This week’s #designmonday introduces Hungarian modernist architecture and furniture designer Marcel Breuer (May 21th, 1902 – July 1st, 1981). At the age of 18, Breuer left his hometown and started education at Bauhaus as one of the youngest students. He went back to Bauhaus and joined other faculty members to lead a newly founded department, architecture, in 1925. Breuer started his career as an architecture and furniture designer instructing at Bauhaus. Wassily Chair and Cesca Chair, the world’s most famous architects in the 20th century, were also produced while Breuer was at Bauhaus.
Wassily Chair used to be called Model B3 Chair when it first launched in 1925-1926. Russian painter Wassily Kandinsky, who also worked as Bauhaus’ faculty, admired the chair design, and Breuer personally fabricated a copy of the chair for Kandinsky. Later on, the Model B3 Chair was re-introduced by a manufacture Gavina, naming the chair Wassily in the 1960s. The name “Wassily” was driven from the story of Wassily Kandinsky. Wassily Chair was inspired by bicycle construction that its body is constructed with tubular steel. Because of its tubular steel body, the chair is fordable using a waxed cotton thread. After WW2, Gavina re-released the chair with a black leather strap version. Wassily Chair is known for revolutionary chair design due to bent tubular steel and Eisengarn, which form the chair comfy and carriable.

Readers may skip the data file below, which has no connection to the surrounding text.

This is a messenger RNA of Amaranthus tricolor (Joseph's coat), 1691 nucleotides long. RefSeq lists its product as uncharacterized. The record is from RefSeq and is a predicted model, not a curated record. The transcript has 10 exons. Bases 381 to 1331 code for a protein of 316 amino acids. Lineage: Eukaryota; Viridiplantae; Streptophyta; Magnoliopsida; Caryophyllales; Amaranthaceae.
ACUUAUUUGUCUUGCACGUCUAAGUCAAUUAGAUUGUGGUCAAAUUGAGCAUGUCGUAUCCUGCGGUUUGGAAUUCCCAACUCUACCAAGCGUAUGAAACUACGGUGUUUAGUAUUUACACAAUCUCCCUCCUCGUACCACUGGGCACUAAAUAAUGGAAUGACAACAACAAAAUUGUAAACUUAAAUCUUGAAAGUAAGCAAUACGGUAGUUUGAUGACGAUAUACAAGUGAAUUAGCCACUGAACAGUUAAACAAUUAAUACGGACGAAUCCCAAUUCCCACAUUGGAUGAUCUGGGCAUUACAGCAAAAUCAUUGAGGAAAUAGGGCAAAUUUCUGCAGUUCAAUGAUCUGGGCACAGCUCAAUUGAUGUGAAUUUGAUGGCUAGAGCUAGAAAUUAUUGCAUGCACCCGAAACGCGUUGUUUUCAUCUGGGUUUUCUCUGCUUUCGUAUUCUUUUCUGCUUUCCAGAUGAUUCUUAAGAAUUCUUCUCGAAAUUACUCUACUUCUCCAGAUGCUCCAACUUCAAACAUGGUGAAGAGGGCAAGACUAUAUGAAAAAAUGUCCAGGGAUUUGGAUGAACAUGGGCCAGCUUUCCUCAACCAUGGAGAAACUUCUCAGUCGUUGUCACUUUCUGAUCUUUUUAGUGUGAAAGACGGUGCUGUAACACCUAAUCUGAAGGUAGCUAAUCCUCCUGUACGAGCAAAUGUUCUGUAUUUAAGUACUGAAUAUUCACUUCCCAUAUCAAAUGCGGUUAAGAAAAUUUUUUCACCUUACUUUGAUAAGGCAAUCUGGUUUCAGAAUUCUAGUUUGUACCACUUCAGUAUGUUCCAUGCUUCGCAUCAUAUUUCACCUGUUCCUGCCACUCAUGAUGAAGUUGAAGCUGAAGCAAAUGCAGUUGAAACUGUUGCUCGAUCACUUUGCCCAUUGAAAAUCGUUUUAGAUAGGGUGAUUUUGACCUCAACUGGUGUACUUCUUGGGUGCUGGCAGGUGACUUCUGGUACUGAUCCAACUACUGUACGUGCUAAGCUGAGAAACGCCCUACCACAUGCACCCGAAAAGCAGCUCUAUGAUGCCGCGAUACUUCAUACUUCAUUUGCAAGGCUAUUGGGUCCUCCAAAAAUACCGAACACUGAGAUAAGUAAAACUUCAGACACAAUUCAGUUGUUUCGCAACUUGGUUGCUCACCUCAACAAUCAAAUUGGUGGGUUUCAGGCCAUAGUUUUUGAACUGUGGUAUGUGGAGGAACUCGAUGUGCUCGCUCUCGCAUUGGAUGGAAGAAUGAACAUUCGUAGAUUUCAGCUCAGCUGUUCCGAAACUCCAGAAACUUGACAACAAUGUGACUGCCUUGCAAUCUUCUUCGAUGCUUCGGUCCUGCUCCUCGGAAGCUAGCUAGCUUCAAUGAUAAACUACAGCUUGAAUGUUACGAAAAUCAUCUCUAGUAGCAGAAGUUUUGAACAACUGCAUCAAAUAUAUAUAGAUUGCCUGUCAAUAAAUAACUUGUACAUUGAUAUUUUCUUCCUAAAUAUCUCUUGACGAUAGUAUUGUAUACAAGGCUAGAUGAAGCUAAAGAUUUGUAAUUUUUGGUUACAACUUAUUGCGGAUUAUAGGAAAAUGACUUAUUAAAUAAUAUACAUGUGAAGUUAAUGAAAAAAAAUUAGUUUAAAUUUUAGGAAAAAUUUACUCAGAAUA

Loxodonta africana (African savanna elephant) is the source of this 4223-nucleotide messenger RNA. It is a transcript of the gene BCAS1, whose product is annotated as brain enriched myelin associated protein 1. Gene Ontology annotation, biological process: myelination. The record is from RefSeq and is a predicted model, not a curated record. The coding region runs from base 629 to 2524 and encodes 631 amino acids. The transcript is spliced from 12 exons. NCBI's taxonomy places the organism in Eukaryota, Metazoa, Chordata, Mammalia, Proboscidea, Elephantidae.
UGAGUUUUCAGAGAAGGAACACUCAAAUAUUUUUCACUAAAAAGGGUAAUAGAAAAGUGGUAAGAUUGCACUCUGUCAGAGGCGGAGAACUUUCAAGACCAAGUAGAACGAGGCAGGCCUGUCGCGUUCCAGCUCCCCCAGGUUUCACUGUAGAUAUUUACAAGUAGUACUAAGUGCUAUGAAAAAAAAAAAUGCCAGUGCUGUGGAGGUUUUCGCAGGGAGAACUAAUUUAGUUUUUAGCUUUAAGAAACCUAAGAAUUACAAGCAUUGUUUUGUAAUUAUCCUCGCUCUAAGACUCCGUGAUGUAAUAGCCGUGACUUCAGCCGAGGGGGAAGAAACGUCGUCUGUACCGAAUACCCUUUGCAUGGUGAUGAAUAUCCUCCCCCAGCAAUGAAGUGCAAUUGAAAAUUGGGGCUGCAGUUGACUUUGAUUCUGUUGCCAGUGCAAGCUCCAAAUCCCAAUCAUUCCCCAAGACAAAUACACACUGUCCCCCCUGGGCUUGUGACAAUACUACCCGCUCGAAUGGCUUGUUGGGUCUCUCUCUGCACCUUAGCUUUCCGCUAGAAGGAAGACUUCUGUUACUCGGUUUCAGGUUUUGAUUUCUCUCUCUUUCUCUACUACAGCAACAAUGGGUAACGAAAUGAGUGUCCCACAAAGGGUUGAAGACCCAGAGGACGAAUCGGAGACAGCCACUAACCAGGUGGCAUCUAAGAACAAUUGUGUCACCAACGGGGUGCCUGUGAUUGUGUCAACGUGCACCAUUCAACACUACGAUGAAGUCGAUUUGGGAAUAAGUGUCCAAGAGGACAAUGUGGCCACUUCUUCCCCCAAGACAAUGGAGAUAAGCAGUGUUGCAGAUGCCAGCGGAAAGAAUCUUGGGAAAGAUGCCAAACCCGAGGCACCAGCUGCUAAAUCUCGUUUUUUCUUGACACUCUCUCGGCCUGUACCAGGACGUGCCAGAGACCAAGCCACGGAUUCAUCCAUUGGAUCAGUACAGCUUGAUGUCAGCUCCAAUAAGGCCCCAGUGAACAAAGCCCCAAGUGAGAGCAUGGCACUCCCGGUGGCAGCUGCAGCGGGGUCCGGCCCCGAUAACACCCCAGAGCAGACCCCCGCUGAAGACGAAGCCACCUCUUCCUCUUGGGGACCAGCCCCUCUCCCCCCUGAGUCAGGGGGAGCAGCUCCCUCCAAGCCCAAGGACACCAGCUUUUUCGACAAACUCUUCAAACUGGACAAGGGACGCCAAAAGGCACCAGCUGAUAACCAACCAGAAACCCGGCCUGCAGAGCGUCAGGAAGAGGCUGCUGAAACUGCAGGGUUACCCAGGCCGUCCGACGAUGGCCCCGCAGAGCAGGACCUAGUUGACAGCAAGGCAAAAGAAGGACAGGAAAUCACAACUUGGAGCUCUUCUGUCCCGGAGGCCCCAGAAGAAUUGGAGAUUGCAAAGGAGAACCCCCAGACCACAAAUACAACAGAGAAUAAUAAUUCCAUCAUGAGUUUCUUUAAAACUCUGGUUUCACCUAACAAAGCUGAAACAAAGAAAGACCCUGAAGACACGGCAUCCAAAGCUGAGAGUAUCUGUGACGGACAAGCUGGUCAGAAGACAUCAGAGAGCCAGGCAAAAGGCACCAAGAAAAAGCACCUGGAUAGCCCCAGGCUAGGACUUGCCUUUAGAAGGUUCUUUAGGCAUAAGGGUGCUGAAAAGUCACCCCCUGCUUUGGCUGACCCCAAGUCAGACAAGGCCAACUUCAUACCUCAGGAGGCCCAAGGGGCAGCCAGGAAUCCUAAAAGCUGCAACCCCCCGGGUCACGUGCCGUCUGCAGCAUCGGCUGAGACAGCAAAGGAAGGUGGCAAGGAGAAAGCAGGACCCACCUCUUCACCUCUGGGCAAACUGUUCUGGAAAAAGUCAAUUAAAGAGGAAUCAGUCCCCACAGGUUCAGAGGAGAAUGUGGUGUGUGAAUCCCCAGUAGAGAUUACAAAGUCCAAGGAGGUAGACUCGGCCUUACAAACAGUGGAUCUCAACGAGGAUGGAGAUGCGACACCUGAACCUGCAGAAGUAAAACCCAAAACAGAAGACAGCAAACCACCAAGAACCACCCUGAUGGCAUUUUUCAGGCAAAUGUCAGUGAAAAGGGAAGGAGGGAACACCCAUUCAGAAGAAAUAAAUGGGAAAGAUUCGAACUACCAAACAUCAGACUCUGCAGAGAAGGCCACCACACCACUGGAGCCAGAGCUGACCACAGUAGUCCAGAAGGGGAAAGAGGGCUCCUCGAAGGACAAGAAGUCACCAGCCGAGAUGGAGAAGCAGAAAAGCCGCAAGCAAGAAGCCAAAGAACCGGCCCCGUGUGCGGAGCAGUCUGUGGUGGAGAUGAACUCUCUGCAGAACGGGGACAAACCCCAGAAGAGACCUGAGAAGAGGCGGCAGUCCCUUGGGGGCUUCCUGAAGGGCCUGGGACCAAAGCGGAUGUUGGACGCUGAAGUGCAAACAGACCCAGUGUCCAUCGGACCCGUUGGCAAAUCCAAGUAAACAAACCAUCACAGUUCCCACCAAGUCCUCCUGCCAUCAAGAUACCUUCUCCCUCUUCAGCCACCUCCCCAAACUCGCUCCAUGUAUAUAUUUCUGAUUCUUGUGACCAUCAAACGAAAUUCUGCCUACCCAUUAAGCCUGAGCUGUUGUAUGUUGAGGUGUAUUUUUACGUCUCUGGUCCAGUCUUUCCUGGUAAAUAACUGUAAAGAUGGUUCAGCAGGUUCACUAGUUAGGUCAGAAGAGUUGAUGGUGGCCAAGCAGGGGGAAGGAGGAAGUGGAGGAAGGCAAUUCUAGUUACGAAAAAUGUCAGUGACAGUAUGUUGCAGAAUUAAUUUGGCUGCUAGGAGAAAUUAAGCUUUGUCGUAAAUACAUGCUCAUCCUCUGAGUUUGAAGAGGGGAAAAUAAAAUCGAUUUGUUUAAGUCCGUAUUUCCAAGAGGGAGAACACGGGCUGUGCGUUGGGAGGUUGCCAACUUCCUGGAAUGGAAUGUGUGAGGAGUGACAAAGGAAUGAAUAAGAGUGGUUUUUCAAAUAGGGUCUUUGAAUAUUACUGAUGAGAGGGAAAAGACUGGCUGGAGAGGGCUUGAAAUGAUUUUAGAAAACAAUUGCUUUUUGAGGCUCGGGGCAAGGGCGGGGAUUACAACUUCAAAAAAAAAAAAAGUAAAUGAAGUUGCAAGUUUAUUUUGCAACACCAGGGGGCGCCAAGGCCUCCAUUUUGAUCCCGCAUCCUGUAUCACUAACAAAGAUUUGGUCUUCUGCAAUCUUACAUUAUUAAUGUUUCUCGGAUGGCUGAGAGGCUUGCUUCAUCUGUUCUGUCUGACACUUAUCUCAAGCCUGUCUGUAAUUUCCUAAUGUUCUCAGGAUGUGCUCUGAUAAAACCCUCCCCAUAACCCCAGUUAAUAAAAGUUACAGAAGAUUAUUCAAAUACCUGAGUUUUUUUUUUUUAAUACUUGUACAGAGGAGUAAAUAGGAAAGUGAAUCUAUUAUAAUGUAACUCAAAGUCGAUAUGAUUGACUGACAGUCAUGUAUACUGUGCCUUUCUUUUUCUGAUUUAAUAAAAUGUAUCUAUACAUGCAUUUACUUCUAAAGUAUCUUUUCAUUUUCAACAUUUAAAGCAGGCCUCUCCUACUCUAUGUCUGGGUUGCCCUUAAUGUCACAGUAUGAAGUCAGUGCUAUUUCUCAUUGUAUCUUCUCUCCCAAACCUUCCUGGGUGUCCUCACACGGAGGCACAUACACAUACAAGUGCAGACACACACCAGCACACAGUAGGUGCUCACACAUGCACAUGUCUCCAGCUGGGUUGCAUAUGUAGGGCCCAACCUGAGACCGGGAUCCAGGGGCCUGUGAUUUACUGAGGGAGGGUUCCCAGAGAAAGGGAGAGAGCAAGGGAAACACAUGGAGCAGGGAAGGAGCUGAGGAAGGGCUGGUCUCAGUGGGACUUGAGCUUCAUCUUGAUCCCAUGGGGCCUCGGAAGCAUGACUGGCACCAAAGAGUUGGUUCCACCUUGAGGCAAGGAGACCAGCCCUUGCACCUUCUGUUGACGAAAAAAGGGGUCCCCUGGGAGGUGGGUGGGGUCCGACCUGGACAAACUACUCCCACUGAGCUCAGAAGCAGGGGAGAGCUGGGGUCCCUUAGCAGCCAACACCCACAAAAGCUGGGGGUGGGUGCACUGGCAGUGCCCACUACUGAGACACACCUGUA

Breuer is also known for Cesca Chair, designed in 1928. Cesca Chair is also manufactured with tubular steel, which resulted in a lightweight, sturdy and malleable chair. Different from Wassily Chair, Cesca Chair was possible for mass production. It is the first tubular steel frame chair that was mass-produced. Breuer’s intention, hoping to design both a visually and physically light chair, was successfully presented by Cesca Chair. Now, Cesca Chair is an icon of modern design.
Explore our other #designmonday and #innovationwednesday posts and find a chair that suits you the best!